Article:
Payson and Pine schools, as well as schools in Tonto Basin and the rest of the county will get $1.6 million in forest fees money this year.
The money comes from the federal Secure Rural Schools and Community Self Determination Act of 2000. Because so much of the county is national forest, the rural schools act compensates for the unrealized revenue from the publicly held lands.
Payson’s allocation totals $435,296, the most of all the districts; Pine will get $86,533, with $9,660 set aside; Tonto Basin is slated to receive $87,812.
Previously the forest fees money was distributed through a formula that provided a base amount for all schools, plus additional funds reflecting the forest acreage within the boundaries of the school district and the number of students enrolled. The formula also included a “set-aside” for use by the county school superintendent’s office for services provided to schools and districts throughout the county.
During the past two months, Gila County Superintendent of Schools Linda O’Dell has met with school district and other officials to develop a new agreement for the distribution of funds.
The new formula does not separate out a specific amount for use by O’Dell’s office. The “set-aside” is for school districts to purchase services from the county superintendent’s office. As it is a proposed amount, the districts can opt out of that part of the agreement.
O’Dell, speaking at the March 15 meeting of the board of supervisors, said Payson Unified School District is opting out.
“They said the proposed amount ($48,593) would pay for a teacher,” O’Dell said.
Later, speaking to the Roundup, O’Dell said that amount is approximately a salary plus benefits.
In addition to Payson, the districts in Globe and Miami are also opting out. Tonto Basin School District officials are waiting to make a decision due to a change in its administration.
O’Dell’s documentation for her presentation to the supervisors shows that 19 percent of the land within the boundaries of the Payson district is publicly held; Pine’s district includes 10 percent forest lands; and the Tonto Basin district has 12 percent public lands. The district with the most federal land is Young, with 30 percent — it has 61 students enrolled. It will get $166,041.
The forest fee money coming to Gila County is $2.1 million. The act requires a portion of the money be used for improvements to the public lands or watersheds; another portion can be used for roads; and a third part goes to schools.
The county is earmarking $50,000 for roads; allocating $423,448 to the regional Resource Advisory Committee; with the balance of $1,643,792 going to the schools. The money for the schools is down from 2010, when the allocation was $1.8 million.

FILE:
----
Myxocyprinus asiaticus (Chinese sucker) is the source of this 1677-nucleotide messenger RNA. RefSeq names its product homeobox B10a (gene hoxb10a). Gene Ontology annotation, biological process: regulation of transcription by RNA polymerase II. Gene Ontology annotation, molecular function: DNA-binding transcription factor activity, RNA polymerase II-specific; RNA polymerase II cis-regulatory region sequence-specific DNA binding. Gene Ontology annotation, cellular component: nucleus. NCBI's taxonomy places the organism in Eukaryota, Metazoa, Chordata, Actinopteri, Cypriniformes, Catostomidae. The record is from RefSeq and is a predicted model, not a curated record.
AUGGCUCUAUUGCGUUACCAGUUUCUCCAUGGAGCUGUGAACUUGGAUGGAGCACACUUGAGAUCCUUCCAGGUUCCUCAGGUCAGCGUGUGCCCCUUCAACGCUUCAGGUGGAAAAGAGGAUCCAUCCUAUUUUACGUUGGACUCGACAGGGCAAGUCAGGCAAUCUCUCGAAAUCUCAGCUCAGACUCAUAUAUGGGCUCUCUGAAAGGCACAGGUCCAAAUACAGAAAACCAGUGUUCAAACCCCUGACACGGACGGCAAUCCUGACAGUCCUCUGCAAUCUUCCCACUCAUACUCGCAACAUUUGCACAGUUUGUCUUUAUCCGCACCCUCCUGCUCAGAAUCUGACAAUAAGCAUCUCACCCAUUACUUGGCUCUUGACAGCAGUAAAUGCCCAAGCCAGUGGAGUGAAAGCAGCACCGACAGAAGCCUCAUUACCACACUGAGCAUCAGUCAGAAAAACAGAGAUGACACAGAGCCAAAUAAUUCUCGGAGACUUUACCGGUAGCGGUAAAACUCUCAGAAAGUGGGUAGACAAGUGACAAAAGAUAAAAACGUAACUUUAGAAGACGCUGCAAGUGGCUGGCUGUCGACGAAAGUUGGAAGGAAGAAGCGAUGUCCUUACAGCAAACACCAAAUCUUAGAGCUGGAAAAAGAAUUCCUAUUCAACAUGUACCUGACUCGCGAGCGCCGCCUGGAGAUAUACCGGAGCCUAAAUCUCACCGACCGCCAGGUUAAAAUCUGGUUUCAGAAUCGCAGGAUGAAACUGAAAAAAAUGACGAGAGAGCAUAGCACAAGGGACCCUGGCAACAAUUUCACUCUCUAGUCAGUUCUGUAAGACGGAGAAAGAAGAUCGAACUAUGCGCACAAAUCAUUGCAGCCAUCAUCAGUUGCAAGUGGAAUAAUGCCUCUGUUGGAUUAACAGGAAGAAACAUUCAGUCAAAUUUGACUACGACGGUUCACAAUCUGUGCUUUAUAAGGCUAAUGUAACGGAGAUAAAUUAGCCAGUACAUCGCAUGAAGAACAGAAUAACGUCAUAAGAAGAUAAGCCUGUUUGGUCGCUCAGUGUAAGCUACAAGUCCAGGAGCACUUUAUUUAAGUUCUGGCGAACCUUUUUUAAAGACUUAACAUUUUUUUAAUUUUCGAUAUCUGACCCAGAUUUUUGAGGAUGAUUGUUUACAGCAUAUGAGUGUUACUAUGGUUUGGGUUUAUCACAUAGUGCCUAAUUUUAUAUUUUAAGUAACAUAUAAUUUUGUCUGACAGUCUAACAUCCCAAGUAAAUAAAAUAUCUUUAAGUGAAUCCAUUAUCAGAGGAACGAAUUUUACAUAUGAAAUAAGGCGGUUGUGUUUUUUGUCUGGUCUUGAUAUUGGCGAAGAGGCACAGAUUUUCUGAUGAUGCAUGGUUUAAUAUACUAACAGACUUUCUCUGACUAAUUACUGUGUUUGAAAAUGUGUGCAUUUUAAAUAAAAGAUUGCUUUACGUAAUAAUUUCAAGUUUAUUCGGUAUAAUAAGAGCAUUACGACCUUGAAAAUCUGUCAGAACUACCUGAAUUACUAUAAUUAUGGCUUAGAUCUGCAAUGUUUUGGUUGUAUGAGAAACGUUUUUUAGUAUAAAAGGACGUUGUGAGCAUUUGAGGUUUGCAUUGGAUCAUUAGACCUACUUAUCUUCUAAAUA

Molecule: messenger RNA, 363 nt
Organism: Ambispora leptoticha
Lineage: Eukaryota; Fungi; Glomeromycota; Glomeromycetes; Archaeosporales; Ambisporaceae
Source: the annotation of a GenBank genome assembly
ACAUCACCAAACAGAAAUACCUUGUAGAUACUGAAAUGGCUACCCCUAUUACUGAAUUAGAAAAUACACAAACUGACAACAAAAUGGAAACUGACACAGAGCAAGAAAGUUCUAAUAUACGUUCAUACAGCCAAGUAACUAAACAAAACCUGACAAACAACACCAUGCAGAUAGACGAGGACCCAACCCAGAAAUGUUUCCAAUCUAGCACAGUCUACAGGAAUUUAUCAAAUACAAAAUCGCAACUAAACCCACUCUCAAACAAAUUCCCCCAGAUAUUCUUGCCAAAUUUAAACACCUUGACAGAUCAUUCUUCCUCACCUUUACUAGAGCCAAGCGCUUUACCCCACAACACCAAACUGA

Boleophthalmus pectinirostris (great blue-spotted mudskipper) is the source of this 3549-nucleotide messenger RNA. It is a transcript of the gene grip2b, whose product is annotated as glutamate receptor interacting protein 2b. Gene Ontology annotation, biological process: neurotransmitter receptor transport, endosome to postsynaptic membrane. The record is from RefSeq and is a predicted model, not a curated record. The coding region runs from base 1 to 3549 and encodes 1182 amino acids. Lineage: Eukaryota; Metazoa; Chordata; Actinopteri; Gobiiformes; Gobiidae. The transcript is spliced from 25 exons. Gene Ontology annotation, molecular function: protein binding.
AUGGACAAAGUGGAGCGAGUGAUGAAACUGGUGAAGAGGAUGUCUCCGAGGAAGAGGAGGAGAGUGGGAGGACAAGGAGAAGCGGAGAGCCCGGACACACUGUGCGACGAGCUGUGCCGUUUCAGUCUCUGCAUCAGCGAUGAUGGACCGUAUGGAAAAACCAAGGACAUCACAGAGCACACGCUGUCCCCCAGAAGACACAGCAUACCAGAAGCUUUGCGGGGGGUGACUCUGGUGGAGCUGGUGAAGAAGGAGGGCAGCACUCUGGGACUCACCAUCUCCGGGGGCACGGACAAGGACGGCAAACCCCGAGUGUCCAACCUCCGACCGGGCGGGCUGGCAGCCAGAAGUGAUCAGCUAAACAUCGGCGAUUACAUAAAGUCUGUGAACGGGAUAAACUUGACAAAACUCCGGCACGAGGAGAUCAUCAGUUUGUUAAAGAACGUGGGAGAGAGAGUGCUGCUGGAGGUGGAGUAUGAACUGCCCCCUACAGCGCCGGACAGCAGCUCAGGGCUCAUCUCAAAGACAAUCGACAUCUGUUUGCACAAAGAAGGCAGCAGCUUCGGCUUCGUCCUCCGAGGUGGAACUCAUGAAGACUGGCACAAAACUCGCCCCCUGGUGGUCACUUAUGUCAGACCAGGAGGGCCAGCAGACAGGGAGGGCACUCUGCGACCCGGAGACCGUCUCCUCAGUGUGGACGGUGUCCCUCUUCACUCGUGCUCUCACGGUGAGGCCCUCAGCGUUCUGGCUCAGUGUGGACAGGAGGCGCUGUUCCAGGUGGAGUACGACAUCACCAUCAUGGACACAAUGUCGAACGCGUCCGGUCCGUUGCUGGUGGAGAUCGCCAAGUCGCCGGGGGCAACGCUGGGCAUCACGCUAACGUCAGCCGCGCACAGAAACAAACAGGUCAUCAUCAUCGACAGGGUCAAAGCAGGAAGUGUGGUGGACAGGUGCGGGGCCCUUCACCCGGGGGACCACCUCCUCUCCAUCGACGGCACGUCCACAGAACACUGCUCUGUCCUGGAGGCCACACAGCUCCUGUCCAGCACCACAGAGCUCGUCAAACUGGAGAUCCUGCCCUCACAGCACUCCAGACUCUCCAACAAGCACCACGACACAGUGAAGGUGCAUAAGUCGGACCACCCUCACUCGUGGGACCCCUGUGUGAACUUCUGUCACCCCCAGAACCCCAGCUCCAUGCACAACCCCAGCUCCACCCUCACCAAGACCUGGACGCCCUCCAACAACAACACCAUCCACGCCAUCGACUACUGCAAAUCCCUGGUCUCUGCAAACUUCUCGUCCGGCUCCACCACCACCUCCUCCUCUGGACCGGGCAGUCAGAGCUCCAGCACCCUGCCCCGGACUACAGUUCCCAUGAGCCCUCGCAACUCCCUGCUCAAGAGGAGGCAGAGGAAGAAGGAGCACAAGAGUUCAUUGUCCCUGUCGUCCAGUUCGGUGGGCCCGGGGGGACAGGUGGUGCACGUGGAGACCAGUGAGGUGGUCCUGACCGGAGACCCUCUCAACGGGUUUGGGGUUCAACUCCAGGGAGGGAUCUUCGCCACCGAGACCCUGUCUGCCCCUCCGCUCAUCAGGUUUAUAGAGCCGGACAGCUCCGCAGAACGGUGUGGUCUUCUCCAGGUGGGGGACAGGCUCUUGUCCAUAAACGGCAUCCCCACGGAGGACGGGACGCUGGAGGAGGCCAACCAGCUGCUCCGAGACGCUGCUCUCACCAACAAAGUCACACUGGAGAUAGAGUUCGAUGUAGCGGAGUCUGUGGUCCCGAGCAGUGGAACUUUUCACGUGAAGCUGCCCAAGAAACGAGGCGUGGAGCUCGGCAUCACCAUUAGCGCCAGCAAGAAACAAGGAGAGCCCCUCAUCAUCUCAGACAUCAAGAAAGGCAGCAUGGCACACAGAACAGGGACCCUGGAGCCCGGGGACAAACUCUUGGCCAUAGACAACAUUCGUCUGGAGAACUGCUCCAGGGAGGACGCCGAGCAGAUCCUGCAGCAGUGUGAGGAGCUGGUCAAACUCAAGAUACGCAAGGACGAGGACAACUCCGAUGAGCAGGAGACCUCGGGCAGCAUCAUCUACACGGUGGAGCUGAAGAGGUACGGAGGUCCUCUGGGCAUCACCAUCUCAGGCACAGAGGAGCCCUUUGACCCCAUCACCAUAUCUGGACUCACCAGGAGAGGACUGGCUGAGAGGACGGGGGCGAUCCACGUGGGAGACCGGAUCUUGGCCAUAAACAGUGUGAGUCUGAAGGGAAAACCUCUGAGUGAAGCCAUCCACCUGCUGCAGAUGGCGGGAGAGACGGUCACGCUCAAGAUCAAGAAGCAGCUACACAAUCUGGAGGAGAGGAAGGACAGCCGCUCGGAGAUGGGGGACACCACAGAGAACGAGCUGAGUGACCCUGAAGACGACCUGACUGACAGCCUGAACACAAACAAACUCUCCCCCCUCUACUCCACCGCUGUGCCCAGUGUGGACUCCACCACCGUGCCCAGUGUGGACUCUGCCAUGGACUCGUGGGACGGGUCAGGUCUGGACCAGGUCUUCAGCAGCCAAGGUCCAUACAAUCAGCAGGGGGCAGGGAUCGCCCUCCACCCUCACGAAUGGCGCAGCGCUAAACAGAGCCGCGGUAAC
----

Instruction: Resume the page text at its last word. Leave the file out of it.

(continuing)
Gila County belongs to the Eastern Arizona Counties RAC, which also includes Apache, Graham, Greenlee and Navajo. Jacque Griffin is Gila County’s liaison with the RAC.
Briefly explaining the group’s work, O’Dell said each of the member counties contribute a portion of the forest fees money they receive to the RAC based on the percentage of publicly held lands within that county’s geographic boundaries.
The RAC then solicits grant applications for projects to improve the forests or watershed. It then prioritizes them and submits the proposals to the administrating forest official — the supervisor for the Apache-Sitgreaves Forest in this case.
Any government entity or individual can apply for a grant, Griffin said. For instance if the town’s Payson Area Trails System group wanted to make improvements to a trail on forest land that linked with a town trail, it could seek funds from the RAC. She also said individual ranchers have made application for projects to make forest or watershed improvements.
Since Gila County officials have a liaison with the RAC in Griffin, that means the county gets to review all the grant applications and weight them.
The application period for the 2011 money closed in February, she said.
This is the last year the Secure Rural Schools and Community Self Determination Act was reauthorized. It is not known if there will be additional money available in the future.
The outcome of meetings discussing the extension of the act between county officials and Arizona’s congressional delegation and others has not been hopeful, according to Supervisor Shirley Dawson and Board Chairman Mike Pastor at the March 15 supervisors meeting.
“The forest fees money is more critical than ever to our small districts,” O’Dell said in an interview with the Roundup.
The Payson school district has included the money in its budgeting, according to Bobette Sylvester, assistant superintendent for business services.
She said the money has been received and will be used to continue programs and pay for staff, as it has been used in the past.